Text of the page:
1. Zak says:

      I love the Shin-Kokin-Wakashu, too, at least when I had the classical Japanese chops to read it in the original. More sophisticated and elegant than the Kokin-Wakashu, but still raw and authentic enough to be touching, as opposed to most later haiku, which seems to have evolved into essentially vacuous word games for the most part.

      However, I was just thinking the other day that 2001 has got to be the most over-rated movie ever. I’m sorry, but it’s BOOORING, and although its infatuation with special effects might have been interesting at the time, it hasn’t aged well at all. All the movie seems to rely on is new-for-the-time special effects and a sort of ersatz mysteriousness that hints at depth but leads nowhere and is just…vacuous.

    2. Toby says:

      Some of the classical histories are interesting too (if you like wars and stuff) – the real problem is finding the time to read them. Zak is right that classical wanes (as does modern when you are not in the country).

      Re Soseki, I have read 心 and 猫 – I didn’t think Soseki was too bad at all (then again Henshall, my lecturer at university, was a huge fan of that period of Japanese literature so it probably figures).

    3. Sean Kinsell says:

      Hmm. I didn’t really labor much over my answers, and I tried to answer the questions as directly as possible.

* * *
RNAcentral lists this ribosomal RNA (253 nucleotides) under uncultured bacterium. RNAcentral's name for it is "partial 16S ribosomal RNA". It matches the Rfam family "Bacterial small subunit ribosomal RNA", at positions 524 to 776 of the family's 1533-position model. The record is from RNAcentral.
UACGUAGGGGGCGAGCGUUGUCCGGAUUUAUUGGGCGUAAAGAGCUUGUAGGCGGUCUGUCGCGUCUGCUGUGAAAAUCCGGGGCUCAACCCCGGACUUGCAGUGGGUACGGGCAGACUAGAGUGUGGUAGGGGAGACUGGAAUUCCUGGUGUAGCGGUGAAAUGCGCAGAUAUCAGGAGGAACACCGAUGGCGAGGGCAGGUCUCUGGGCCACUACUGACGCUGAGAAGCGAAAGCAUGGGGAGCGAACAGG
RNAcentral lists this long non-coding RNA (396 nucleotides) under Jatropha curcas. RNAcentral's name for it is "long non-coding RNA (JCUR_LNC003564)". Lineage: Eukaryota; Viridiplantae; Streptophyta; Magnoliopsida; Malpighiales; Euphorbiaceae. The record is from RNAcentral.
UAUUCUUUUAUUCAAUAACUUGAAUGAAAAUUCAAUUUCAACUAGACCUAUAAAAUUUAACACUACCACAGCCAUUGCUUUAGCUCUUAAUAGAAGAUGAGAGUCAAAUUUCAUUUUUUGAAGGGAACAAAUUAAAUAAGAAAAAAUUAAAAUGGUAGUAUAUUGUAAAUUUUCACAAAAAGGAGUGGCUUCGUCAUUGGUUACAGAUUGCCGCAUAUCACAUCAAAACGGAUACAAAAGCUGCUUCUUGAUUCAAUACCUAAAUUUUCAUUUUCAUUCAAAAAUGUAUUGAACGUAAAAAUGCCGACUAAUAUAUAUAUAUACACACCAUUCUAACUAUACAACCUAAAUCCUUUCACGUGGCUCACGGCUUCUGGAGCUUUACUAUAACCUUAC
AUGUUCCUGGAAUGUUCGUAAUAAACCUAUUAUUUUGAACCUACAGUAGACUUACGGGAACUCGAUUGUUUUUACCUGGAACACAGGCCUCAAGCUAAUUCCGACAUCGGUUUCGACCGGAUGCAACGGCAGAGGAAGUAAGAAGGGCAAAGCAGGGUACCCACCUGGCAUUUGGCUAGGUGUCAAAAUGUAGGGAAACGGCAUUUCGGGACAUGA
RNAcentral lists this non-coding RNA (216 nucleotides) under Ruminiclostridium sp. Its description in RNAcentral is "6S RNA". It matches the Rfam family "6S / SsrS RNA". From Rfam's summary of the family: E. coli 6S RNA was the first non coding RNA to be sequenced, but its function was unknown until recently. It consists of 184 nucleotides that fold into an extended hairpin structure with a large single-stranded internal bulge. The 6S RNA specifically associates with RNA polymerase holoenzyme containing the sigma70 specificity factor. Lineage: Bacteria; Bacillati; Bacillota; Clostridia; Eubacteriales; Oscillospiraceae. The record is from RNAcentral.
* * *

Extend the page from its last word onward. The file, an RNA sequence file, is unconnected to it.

I was fortunate enough, during my abortive year in grad school, to take Donald Keene’s Shin-Kokinshu seminar; despite my best efforts to make my own stubborn judgments, I’m sure I was prejudiced by it. But yes, Zak, that’s the general feeling, and I really do think it’s true. The Manyoushu has that cool martial swagger to it; the Kokinshu is more technically accomplished but a little distant and candied; and the new poems in the Shin-Kokinshu, fortunately for us but unfortunately for the poets, were written in an era of natural and man-made disasters, so the feeling of life’s evanescence feels completely unforced.

      As for 2001, I don’t sit and watch it and go, “Ooooooh, it’s like, the bone is the first tool and then the cylindrical spaceship is like a way-ass bigger tool from much later, which is all kinds of deep, man!” The question didn’t ask which movies had most influenced your thinking or which you thought were timeless works of art; it asked what you watch most often, and while I think it’s pretentious as hell, I very frequently find myself reaching for 2001 to put in the DVD player while I’m doing stuff around the apartment. You can almost always look up at any point when it’s running and see something gorgeously shot on-screen.

      Toby, my grad school advisor was a Soseki specialist. Our relationship was rocky, so maybe that did something to my wiring. I’d rather read him than, like, Yoshimoto Banana, but he’s not a prose writer I really get into. And I like history–we read Caesar in Latin class and The Anglo-Saxon Chronical in Old English class and the Hojoki in 古文, so if I didn’t like wars and stuff I’d have been in big trouble–but I couldn’t think of a single volume that I reach for again and again as I do those two books of poetry.